So this is a schematic for an AVR Programmer seen here: http://www.sparkfun.com/products/9825

enter image description here

On the bottom you will see a 74AC125 which is a Quad Buffer with Tri-State Outputs. I've seen quite a few buffers like this on programmers.....but im not exactly sure what they do? Im assuming whatever "CTL" is controls the "state" of the buffers.....but what exactly is the point? Why can't you wire it directly to whatever Port Line (Serial or w/e). Or does this have something to do with Impedance (Which Im not sure I STILL quite understand).

Is it because the Signals are coming out of the ATTINY2313 (or w/e MC is used) too fast and they need to be slowed down? I see this often when using a USB port of Serial Line....that one of these "Buffers" is used. What would happen if it wasn't there?

Or is this all just some sort of Serial Protocol Im guessing?

up vote 8 down vote accepted

First, there's no need to assume anything. It's extremely easy to find a datasheet for this sort of part.

The schematic clearly shows the CTL signal going to the output enable inputs of the part. The signal must be low to allow the buffer to operate. When enabled, a low on the input produces a low on the output, and a high on the input produces a high on the output.

Generally, a bus buffer like the 74AC125 is used for improving drive capability. Some micros cannot source high current from their digital outputs, and need a buffer to effectively drive their loads.

Buffers can also be used for logic level shifting - your micro may be a 3.3V part, and your external logic may need 5V logic levels. A buffer takes care of this translation for you - the buffer can be powered from the higher rail, so that a 3.3V H input becomes a 5V H output.

A buffer also protects the digital output lines of the micro from external 'badness' (short circuits) - even though most micros do protect their I/O lines, it's much easier replacing a buffer IC than it is to replace and reprogram a micro.

In terms of delays, the buffer isn't like a memory buffer in the computing realm - it doesn't inherently store data so that it can be transmitted more slowly. It does introduce a propagation delay, so the output signal is delayed in time compared with the input signal (but at the same data rate) - a phase delay instead of a baud rate reduction, so to speak.

  • I'm curious how would 74AC125 work with logic level translation. Wouldn't it just provide input voltage at the output too? – AndrejaKo May 31 '12 at 17:07
  • @andrejako It's a hypothetical answer (not applicable to OP) - if the buffer is on a 5V rail and is fed by 3.3V logic, it will translate. – Adam Lawrence May 31 '12 at 17:34
  • So from what I can see from the Datasheet it's taking low level inputs (from like .8 to 1.5) and outputting 0 volts, and High level inputs of 1.5 to 2 volts and giving out 5 volts? Is this incorrect? Is the main purpose in the Schematic I listed Probably increasing voltage to the outputs? or is it probably using it for Propagation Delay like you said? – user3073 May 31 '12 at 19:52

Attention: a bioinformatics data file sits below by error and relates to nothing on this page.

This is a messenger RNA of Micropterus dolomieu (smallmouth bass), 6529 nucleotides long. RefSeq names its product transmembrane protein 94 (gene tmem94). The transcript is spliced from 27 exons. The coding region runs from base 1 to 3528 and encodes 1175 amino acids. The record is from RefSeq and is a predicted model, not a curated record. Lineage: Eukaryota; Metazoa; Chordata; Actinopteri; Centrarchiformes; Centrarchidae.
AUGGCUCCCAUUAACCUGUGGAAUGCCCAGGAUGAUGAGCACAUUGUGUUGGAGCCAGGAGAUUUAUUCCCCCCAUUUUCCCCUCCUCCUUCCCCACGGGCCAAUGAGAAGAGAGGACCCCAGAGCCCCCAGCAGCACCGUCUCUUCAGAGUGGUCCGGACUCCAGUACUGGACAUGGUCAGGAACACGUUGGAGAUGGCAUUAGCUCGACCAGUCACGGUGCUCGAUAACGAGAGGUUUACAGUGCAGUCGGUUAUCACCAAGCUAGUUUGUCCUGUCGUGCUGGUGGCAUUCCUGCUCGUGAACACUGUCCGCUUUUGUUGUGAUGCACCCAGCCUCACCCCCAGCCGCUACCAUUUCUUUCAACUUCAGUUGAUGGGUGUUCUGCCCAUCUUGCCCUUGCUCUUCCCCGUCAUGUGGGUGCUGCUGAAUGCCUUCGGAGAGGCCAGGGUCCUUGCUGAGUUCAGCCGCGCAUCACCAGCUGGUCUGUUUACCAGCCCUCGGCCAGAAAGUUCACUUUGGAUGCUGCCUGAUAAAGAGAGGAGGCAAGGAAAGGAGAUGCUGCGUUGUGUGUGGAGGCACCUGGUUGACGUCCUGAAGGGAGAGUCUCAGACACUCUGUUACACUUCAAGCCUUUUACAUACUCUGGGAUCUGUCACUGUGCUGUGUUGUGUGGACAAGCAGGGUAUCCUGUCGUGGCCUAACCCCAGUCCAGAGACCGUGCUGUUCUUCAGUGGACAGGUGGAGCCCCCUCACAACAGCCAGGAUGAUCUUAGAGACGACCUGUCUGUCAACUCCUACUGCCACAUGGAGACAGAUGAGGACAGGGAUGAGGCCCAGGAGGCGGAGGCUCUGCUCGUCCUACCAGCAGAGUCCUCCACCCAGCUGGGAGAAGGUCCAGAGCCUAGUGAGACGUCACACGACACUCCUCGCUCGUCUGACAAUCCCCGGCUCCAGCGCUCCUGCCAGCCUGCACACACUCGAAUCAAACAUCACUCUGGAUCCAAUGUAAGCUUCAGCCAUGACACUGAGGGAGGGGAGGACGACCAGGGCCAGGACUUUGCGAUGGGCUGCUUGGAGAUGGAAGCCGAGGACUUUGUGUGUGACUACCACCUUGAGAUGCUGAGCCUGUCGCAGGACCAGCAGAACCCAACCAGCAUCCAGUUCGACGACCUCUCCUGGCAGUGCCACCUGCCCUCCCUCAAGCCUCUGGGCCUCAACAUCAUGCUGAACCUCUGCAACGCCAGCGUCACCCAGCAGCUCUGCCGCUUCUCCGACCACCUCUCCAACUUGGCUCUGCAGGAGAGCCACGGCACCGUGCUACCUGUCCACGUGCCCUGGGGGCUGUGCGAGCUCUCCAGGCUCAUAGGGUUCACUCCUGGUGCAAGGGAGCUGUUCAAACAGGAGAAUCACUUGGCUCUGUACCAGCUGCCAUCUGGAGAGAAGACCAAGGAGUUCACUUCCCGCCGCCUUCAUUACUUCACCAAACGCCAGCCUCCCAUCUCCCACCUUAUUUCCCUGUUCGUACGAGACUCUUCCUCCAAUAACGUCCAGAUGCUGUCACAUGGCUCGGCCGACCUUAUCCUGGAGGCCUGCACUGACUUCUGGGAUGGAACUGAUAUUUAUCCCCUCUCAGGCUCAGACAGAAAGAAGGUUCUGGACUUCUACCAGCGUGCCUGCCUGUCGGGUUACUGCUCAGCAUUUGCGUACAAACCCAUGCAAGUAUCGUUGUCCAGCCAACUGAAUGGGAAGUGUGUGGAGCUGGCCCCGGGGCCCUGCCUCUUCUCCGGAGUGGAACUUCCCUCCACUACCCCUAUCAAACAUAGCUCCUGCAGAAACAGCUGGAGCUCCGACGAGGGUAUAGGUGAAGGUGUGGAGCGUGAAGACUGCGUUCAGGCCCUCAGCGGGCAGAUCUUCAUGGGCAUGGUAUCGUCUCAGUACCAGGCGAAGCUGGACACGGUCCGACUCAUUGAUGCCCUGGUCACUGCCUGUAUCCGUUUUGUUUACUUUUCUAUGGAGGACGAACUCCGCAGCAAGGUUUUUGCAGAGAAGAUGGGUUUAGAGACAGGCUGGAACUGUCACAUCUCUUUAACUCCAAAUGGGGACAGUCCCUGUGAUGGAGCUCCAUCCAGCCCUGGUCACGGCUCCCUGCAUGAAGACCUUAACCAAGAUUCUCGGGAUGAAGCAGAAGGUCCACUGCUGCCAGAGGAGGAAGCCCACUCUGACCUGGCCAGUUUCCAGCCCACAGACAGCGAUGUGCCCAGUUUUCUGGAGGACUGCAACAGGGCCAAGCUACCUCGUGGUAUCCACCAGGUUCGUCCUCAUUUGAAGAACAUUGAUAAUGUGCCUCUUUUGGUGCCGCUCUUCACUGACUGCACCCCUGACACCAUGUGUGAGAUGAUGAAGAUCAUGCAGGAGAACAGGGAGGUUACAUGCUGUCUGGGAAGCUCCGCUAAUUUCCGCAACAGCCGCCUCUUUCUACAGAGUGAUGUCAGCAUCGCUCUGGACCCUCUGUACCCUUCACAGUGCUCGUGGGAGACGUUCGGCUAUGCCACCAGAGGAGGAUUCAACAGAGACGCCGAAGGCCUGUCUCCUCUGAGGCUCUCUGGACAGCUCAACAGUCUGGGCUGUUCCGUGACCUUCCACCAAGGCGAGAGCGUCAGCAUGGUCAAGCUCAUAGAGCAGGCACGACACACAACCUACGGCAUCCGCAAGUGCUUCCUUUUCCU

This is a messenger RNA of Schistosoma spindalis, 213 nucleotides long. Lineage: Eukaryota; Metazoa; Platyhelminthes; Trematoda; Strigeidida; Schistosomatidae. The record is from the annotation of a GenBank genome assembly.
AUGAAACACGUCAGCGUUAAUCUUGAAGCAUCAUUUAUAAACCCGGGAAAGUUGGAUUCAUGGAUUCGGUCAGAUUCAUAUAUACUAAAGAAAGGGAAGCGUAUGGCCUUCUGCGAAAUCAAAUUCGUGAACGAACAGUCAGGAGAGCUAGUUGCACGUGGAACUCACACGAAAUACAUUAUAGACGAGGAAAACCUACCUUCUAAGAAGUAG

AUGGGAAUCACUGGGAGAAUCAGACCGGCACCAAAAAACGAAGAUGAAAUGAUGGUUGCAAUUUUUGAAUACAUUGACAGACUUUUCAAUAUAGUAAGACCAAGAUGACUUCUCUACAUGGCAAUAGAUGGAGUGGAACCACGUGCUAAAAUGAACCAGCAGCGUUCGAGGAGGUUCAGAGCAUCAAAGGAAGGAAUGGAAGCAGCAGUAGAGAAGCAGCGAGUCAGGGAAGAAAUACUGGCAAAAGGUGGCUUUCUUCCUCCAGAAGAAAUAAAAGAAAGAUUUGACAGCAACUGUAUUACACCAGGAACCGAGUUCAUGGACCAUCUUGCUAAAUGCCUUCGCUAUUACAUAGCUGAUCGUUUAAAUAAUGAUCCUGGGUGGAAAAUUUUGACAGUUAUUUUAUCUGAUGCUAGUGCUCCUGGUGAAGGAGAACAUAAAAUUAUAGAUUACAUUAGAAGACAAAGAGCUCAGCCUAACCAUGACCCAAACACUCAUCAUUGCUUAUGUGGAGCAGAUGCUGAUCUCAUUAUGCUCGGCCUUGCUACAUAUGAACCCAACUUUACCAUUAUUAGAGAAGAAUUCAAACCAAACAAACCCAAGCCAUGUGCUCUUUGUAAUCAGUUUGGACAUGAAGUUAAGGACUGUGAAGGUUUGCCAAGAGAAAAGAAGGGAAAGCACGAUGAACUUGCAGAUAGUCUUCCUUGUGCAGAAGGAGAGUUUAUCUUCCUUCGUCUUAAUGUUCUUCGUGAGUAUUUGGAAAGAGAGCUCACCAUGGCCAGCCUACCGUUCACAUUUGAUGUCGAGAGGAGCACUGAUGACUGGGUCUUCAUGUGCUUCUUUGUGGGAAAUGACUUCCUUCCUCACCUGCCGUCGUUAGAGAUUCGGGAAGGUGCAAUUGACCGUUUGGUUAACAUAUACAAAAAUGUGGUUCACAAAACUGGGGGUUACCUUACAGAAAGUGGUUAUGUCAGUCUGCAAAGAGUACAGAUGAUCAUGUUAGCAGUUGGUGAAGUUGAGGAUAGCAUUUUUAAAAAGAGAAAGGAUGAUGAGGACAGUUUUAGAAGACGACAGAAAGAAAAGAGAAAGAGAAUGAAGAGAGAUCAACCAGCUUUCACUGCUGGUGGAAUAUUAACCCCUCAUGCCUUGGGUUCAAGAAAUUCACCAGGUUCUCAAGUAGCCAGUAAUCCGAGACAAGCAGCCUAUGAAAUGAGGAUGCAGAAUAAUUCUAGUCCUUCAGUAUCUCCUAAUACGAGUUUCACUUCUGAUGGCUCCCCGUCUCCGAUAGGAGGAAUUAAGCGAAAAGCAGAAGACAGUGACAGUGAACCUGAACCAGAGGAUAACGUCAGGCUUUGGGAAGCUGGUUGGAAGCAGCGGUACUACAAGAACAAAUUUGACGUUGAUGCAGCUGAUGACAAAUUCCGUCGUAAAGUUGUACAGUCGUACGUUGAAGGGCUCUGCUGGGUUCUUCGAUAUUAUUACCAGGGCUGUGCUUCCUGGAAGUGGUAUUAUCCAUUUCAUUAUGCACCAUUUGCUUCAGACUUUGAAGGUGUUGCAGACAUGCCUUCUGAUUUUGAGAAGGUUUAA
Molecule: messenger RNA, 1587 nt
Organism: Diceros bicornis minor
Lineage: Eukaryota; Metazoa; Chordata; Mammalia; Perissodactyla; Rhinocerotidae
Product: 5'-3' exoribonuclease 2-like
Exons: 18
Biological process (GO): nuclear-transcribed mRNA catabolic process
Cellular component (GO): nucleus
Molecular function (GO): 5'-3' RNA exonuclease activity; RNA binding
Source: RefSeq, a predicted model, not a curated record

• @Sauron It depends on the status of the TARGET-PWR switch S1. If it's connecting to VCC, the buffer will output 3.3V for a H. Propagation delay is a consequence of using the buffer (and for applications like a programmer, not something deliberately designed in.) It's more likely for higher current capability than the micro can provide, and to shield the micro from external electrical faults (shorts, etc.) – Adam Lawrence Jun 1 '12 at 15:51
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    @Sauron The buffers tend to be designed with higher current-capability drivers than many low-power micros - stronger transistors, essentially. The buffer draws an extremely small current from the micro I/O line, and uses its own VCC supply to source higher current (sort of like an amplifier). – Adam Lawrence Jun 3 '12 at 22:36

I think that the buffer is there to provide a little bit of isolation between the voltages of the programmer and the voltage of the target board. From schematic, we can see that the buffer can be powered from the target board or from the programmer. In case of small voltage differences lower than 0.5 V between the target board and the programmer's power supply, the buffer will stop current going from one power supply to another.

The other use is to enable or disable the output to the programming header. In order for programming to work, the programmer's microcontroller needs to sink current on the pin connected to the CTL line. What this allows us is to use the JP2 connector to work with programmer's microcontroller and since signals are shared between JP2 and JP3, the buffer allows us to use JP2 and not interfere with JP3 while using it.

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    Buffers are also oftentimes uses as the sacrificial lambs... if something goes wrong it's oftentimes a lot easier and less expensive to replace the buffer than the microcontroller doing the programming. – akohlsmith May 31 '12 at 22:18

This programmer supports both (a) programming 5 V targets, and also (b) programming 3 V targets -- in particular, 3 V targets that are not 5 V tolerant. a b c

In this particular application, the 74ACT125 buffer provides logic level shifting. One side of the buffer is connected to MCU in the programmer (running at 5 V levels) and the other side of the buffer (and the VCC of the buffer) is connected to the cable leading to the target board. Some target boards run at 5 V, other target boards run at 3 V levels. (The 74ACT125 seems to be running slightly out of specification in this application -- I'm not sure why the designer didn't pick an alternatives such as the 74HC4050, TXB0104, or 74LVCC4245 ).

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